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date: 16 June 2019

Abstract and Keywords

‘Water memory’ was a phrase coined in the late twentieth century to refer to the supposed ability of water to retain a memory of previously dissolved substances even after numerous dilutions. Though now a disproven scientific theory, ‘water memory’ is, as metaphor, a powerful conceptual tool for understanding Shakespeare’s comedies and their engagement with cultures of memory. Plays such as The Comedy of Errors, Twelfth Night, and All’s Well That Ends Well presage later dramas in the canon, including Pericles and The Winter’s Tale, with their narratives of grief, remembrance and preservation. This essay considers these topics in relation to everyday household practices of pickling and preserving foodstuffs and the deeper traces of customary practice and religious rite in post-Reformation England.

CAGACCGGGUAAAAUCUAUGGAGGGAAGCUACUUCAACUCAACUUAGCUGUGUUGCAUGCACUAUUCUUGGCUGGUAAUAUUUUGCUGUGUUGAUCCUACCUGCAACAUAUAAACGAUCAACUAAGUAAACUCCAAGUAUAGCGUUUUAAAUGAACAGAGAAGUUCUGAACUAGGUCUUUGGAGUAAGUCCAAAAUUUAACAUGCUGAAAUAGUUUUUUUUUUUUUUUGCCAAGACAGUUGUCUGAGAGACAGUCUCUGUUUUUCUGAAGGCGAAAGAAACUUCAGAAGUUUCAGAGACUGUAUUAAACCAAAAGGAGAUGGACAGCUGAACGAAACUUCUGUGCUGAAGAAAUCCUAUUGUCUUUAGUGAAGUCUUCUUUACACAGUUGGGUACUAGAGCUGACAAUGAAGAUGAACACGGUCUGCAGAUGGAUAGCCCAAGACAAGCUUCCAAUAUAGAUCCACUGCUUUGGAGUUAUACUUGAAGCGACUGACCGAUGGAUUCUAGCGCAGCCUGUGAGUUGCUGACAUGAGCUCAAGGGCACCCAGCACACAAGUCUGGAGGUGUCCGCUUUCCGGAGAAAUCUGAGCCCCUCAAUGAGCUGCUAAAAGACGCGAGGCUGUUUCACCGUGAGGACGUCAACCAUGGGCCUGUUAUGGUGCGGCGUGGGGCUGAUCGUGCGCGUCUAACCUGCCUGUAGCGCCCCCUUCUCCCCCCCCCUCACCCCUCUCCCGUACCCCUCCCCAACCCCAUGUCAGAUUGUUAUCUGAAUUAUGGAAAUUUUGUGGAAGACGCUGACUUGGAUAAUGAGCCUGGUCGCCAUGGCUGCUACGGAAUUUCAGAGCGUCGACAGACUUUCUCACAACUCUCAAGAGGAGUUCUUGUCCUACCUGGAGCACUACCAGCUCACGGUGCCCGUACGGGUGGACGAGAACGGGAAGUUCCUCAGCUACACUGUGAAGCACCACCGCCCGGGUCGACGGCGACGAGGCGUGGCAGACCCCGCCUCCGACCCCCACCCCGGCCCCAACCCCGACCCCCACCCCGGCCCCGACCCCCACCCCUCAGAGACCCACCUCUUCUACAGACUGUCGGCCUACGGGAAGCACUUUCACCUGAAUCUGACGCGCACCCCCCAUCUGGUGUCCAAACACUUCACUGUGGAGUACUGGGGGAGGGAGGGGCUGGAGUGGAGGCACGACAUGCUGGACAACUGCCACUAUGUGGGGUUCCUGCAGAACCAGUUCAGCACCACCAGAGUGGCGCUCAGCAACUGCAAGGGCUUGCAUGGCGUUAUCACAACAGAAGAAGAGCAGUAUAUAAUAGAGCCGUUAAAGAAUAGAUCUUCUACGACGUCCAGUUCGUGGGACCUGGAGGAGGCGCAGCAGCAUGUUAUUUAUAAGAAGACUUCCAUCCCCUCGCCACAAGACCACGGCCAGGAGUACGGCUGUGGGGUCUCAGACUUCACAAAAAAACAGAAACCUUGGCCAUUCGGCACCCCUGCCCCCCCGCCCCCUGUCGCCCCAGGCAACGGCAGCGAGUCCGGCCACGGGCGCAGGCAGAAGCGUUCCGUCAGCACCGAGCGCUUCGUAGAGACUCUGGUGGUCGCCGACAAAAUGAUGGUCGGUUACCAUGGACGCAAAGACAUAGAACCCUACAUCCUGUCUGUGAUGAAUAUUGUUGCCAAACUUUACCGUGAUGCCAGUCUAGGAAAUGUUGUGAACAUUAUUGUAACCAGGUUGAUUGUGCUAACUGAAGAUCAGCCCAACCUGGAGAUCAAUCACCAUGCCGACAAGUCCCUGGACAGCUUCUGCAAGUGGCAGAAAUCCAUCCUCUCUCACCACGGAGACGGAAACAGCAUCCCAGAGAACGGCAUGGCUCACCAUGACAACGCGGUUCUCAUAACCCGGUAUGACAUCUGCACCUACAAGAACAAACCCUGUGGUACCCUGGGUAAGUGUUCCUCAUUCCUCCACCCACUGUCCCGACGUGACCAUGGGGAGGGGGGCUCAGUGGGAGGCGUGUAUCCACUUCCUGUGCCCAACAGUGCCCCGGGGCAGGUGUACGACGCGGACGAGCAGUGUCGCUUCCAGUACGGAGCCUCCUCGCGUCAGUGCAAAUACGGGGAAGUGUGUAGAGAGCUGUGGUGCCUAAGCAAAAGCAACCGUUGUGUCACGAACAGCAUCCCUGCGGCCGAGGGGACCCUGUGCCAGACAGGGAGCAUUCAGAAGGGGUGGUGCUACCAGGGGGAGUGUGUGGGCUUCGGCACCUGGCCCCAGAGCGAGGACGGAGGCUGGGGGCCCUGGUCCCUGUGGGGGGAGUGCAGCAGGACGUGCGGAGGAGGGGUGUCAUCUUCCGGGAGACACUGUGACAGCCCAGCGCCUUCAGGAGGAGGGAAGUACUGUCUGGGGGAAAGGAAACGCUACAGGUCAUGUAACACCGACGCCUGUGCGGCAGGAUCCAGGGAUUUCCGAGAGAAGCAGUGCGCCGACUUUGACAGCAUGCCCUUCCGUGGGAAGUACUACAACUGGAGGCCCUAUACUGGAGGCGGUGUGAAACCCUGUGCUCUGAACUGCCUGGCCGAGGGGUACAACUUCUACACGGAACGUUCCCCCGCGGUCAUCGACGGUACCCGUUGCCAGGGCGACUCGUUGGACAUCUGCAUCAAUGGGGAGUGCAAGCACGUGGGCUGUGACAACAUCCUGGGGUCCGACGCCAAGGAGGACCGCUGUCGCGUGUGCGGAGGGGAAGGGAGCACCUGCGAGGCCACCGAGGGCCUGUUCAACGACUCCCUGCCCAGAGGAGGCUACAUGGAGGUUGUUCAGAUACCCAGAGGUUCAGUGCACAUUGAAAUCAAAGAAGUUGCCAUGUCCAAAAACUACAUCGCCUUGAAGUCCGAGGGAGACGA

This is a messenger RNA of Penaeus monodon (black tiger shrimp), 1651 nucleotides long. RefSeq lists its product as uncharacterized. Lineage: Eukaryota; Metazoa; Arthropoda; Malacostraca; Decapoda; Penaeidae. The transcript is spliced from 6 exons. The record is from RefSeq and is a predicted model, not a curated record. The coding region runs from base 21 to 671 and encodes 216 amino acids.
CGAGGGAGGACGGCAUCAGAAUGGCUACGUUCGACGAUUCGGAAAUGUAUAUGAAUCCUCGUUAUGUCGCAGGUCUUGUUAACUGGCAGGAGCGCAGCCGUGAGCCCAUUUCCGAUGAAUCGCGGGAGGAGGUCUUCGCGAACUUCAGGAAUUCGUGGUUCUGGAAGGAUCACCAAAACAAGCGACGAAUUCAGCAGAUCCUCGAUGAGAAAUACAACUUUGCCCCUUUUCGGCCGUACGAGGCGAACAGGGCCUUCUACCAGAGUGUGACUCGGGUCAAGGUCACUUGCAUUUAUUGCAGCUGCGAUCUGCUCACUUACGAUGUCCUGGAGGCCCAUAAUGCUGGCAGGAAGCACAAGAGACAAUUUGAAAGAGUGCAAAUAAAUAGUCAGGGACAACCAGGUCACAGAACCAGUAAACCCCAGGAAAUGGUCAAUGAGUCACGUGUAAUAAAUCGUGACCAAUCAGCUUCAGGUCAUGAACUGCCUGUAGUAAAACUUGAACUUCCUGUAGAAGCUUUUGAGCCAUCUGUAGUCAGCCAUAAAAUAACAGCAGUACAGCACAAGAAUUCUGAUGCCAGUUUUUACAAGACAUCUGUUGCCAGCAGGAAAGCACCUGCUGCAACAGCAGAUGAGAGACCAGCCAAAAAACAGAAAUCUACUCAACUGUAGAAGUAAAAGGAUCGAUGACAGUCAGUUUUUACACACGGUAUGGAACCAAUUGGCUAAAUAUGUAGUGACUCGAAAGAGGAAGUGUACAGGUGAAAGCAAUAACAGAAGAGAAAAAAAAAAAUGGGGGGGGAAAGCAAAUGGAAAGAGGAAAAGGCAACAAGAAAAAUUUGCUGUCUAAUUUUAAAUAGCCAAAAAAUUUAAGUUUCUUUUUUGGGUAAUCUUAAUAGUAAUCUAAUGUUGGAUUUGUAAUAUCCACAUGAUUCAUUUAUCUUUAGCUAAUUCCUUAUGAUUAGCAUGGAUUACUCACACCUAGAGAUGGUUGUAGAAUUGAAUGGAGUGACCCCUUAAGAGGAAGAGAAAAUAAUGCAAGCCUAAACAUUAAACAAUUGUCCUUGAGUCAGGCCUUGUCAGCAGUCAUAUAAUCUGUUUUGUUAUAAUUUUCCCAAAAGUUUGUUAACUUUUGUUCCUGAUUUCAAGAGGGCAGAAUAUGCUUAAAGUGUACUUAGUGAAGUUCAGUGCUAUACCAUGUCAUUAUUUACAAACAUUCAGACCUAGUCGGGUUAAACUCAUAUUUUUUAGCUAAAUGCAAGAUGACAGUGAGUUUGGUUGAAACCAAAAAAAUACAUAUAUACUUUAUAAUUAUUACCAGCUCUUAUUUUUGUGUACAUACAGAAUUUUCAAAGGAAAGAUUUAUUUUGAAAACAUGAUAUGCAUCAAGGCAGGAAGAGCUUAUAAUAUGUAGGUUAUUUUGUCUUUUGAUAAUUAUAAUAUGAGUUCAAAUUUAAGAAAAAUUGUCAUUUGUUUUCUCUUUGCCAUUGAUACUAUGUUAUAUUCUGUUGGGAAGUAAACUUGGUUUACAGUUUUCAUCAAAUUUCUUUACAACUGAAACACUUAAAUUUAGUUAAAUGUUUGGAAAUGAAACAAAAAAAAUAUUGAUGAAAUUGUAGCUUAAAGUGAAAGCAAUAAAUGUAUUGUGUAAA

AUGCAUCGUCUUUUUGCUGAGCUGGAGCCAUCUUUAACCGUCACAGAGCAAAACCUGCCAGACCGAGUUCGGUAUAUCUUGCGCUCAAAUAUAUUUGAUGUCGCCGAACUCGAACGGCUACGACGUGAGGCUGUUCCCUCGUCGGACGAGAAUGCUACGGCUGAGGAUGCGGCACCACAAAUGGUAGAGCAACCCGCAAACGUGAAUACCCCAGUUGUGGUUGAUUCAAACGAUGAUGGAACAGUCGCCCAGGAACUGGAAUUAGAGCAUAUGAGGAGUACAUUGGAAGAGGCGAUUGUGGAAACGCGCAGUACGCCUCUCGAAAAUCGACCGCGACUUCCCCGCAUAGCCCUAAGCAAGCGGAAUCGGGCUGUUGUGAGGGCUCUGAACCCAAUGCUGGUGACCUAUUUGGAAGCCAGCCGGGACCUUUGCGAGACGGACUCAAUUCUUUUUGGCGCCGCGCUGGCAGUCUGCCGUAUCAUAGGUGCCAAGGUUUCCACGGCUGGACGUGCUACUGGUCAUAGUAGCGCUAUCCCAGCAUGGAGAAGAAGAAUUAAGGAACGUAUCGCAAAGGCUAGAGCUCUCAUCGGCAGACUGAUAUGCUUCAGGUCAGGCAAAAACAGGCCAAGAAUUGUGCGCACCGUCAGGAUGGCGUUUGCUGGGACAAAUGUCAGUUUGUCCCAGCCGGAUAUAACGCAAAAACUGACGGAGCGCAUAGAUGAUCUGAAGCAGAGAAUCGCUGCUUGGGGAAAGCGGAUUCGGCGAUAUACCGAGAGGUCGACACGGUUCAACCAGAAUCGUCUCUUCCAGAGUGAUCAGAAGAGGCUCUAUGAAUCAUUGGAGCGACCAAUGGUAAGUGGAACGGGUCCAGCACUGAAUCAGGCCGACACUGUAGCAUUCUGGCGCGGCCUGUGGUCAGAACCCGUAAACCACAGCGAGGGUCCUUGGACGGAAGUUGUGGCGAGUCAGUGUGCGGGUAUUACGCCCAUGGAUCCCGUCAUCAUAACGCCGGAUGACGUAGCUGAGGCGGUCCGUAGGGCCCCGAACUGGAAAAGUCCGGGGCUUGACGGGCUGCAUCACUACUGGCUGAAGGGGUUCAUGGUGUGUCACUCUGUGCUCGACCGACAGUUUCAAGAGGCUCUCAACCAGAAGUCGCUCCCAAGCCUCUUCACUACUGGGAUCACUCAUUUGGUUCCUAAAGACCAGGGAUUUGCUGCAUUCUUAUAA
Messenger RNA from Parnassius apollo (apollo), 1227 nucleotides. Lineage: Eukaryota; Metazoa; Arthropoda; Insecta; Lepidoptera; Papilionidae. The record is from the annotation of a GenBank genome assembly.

Keywords: memory, cultures of remembrance, grief, performance, Reformation, mortality, household practice, cure, repetition, preserving

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